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Today, we were to get started on a Plesk migration, but there’s a problem. The new server lacks enough IPs to migrate the sites; this fact was unfortunately missed in my pre-migration screen. I don’t want to delay migrating while we wait on the server provider to get us additional IP addresses, so what do we do?

Not Enough IP Addresses
I hit this road block when trying to migrate about 15 sites from a Plesk 8 server. When I arrived at the IP mapping page I did not have enough IP addresses. As a result, the migration stopped dead in its tracks. If these sites were on shared IPs, it would not be a problem, but all of these sites use SSL. I really don’t want to wait around for the server provider to get me the IP addresses. I would rather get the migration going and we can add them later.

Unfortunately, the Plesk Migration manager will not let me continue with the migration until IPs are assigned. Sure, I could move some sites to a shared IP on the old server, but then that would require a DNS change to the live sites.

Use Temporary IPs
Here’s the quick fix I came up with. It’s nothing brilliant but something you might not consider:

Add Temporary IPs to the new server.

I added some 192.168.1.0 IP addresses to the new system. Sure these are not routed and will not respond, but I don’t need them to. I simply need to get the Plesk Migration Manager to the next step. After adding the temporary IPs, I could proceed with the migration.

The Big Picture
In January, Racker Hacker penned a post on ““how to become a better system administrator”:http://rackerhacker.com/2010/01/03/a-new-year-system-administrator-inspiration/.” Major’s take:

The best way to become a better systems administrator is to fully understand the theory of what’s happening in your server’s environment.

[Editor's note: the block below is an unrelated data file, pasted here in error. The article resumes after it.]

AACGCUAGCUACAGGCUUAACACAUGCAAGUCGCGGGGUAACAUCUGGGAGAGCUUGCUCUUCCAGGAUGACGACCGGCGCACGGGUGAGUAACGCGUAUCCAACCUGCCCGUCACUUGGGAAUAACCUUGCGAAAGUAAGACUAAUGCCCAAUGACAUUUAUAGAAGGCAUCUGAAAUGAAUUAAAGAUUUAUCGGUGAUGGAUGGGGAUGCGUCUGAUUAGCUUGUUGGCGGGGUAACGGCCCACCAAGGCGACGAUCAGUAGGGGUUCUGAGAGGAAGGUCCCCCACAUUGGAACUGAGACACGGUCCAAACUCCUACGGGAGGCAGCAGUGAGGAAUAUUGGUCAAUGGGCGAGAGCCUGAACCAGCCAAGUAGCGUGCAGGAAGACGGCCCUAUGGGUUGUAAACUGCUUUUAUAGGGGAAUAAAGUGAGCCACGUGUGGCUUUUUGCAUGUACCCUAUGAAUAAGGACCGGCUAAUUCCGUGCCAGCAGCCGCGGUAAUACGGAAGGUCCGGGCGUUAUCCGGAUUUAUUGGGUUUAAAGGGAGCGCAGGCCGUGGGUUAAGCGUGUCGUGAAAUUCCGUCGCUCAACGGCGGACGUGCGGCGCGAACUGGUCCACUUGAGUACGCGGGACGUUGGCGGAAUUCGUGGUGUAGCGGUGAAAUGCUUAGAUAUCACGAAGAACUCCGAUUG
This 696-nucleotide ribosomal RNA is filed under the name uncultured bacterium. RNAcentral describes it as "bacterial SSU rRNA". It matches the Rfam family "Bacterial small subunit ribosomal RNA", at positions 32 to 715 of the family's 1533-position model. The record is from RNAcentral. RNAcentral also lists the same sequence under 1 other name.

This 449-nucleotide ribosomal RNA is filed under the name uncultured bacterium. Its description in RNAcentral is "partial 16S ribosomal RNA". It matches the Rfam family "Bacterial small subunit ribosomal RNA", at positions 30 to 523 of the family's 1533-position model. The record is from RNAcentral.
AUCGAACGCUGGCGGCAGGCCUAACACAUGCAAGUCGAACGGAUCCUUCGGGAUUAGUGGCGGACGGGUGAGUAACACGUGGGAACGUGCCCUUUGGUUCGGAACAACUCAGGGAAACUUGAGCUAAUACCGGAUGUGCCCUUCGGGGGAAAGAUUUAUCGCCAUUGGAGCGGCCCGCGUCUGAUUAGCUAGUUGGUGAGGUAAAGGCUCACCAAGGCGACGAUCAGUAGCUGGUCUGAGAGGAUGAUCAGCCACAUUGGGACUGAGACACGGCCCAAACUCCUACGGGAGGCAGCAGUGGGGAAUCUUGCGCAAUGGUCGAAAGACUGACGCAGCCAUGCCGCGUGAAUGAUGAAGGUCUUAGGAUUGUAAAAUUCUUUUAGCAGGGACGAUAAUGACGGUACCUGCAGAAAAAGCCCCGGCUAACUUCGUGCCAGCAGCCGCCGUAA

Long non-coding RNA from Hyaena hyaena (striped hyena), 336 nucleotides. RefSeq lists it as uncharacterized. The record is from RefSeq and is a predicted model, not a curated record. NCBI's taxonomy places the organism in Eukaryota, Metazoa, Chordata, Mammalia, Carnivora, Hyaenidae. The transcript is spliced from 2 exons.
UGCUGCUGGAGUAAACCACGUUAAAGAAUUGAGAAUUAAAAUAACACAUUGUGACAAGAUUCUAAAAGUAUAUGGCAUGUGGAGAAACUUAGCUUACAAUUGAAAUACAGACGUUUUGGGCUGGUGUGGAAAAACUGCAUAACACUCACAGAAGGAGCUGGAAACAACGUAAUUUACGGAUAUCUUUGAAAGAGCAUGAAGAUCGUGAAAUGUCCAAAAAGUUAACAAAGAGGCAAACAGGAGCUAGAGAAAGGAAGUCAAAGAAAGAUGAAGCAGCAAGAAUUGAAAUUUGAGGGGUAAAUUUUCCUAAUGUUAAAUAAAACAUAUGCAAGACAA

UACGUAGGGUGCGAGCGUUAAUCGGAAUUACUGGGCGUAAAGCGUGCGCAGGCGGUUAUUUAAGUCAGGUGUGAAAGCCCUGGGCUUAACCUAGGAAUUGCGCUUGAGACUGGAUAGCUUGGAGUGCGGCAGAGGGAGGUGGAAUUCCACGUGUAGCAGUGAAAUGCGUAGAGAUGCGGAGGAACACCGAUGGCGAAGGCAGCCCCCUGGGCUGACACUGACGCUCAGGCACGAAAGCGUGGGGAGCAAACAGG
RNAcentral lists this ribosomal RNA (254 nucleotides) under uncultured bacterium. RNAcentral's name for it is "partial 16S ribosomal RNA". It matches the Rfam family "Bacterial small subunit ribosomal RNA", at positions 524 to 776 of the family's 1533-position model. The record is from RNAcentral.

When talking to an entry level tech here, he said, “That’s clever, I would not have thought of that.” Sure it is good for my ego, but more importantly, it demonstrates the need to understand your environment and
focus on the big picture.

For this project, the “Big Picture” was getting the migration done as quickly as possible. Having to wait around for the server provider to get us the IPs meant waiting on the client, who’s in another time zone and likely will not get to our request for a few hours, wait on the provider to assign the IPs, and then re-schedule the migration into our busy schedule. This false start by us would have wasted our time, our clients and delayed the project.

By focusing on the end goal, we were able to avoid a temporary set back and keep this project running on schedule and on budget. This is why I see value in formalized training. All of our staff go through Red Hat training, providing a good jump start on theory. Having this foundation, you can build on your experience and not let simple oversights and snafus delay projects.

Share Your Cleverness
One of the things I like most about systems management is the openness of the Linux sysadmin community. If you come up with something you think is clever or useful, write about it. Pat yourself on the back. There are enough egos in this business, mine included, to keep you in check.

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